Also, how the mask is connected to the helmet is central to it's ability to save your face, as well as, not cause more risk or injuries. It's not just a matter of screwing it on and you are good to go. The mask material matters, how and where it is attached matters, there are a lot of variables that if not handled, lead to helmet, mask, or both failing.

Hopefully someone can chime in with some helmet and mask options that are specific to what you need.

Good luck!
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Old 06-17-2018   #4
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FishnPhil makes an interesting point that I never thought of before. For what it's worth, I believe most of the old kayak helmets that had face masks were modified aftermarket. I believe Confluence Kayaks in Denver had someone that would do it for a while (but this was like 10 years ago). Otherwise I believe some people were just buying hockey helmets and using those.

If you want some extra facial protection beyond what the chin guard offers you might consider running a bar from chin to forehead. I've never done it, but people who have say you don't really notice it.

I think the communication issue is overblown and has a lot more to due with fashion than function. For some reason wearing a full face has fallen out of fashion and oral surgeons' incomes have spiked. You use to see more of them across the boating population 10 years ago. I think it's driven by social media, but it's become a symbol of being a gaper: you don't know how to kayak properly therefore you require extra protection or something like that.

In reality, I've seen a lot of serious facial injuries over the years to good and bad boaters that would have been prevented with a full face helmet. It does have some disadvantages. It's slightly more uncomfortable, harder to drink/eat/spit with it on, and it slightly inhibits speaking and hearing. On the latter point, however, unless you're a professional guide, I'm not convinced this is much of an issue. Whitewater is noisy and unless you're right next to someone it is hard to communicate without hand signals anyway. If you're right next to someone, the difference in a full face is not going to be the make or break.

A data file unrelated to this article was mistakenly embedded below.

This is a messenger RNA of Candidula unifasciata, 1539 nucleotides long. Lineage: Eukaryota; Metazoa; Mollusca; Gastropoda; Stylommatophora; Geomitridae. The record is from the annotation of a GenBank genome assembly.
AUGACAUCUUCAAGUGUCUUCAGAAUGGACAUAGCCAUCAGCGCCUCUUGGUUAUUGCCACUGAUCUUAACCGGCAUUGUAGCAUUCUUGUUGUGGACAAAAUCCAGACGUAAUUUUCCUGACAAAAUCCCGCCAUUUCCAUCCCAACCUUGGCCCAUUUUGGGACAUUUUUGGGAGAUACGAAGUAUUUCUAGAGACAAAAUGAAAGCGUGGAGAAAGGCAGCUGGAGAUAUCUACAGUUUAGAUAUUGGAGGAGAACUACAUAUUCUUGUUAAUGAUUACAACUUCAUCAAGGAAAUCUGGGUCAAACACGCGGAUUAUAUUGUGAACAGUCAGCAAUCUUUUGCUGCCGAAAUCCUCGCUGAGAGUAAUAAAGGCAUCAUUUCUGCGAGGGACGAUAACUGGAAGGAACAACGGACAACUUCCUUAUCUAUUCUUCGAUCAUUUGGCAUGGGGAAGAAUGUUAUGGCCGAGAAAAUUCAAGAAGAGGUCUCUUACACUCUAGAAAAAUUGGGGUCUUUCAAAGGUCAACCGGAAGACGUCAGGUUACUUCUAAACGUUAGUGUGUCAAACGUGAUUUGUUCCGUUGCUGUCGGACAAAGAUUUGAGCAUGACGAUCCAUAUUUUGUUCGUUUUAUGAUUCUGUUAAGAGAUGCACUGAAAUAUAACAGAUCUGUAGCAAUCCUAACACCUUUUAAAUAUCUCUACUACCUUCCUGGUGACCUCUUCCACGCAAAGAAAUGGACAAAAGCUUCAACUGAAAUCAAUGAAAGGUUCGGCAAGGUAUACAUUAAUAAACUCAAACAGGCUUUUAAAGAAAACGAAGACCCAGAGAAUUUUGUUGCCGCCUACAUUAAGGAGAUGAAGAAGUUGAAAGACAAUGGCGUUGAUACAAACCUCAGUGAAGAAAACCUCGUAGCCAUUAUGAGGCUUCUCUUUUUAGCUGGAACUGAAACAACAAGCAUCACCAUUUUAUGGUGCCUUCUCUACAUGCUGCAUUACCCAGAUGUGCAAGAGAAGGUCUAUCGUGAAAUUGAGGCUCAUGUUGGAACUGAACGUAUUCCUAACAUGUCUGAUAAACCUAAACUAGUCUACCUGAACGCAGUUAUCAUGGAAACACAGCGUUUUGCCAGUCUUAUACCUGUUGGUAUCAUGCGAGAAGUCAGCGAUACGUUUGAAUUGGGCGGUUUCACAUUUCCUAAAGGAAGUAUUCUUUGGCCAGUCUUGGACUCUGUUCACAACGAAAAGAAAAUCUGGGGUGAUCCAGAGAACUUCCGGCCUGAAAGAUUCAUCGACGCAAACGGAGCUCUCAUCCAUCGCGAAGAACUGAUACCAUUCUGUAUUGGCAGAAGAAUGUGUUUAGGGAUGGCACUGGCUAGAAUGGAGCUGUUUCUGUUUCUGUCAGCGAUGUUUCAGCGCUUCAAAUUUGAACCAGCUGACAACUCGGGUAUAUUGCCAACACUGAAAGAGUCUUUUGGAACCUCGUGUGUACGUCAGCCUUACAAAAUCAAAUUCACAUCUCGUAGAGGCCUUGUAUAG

I kind of look at it like my bike helmet. In 20 years mountain biking I've never had an accident where my bike helmet would have prevented further injury. However, I never go mountain biking without my bike helmet because if I ever do have that fall it could make a huge difference in the remainder of my life and a little extra discomfort on the ride is the worth it.
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Old 06-17-2018   #5
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i love this topic! above 5 years ago TBP (admin) i had a contest for MB users to point out in a video where my friends life was saved by a face mask.



i (TBP admin) was living in taiwan and importing hardshells and IKs. even before that as and toying around in their rivers i quickly noted a need for face masks. the rocks were razor sharp from daily landslides, the rivers were creeks and shallow most of the time, the users were inexperienced (to boating, dangers, and general being whacked in the face accidentally by your fellow boaters' paddles). i couldn't find a local supplier, Prijon resold a metal one, so did Wildwasser but then i contacted Riddell who allowed me to be their importer to taiwan so i picked them. when you've got your friends and loved ones and girlfriend it's about not letting them get hurt than style.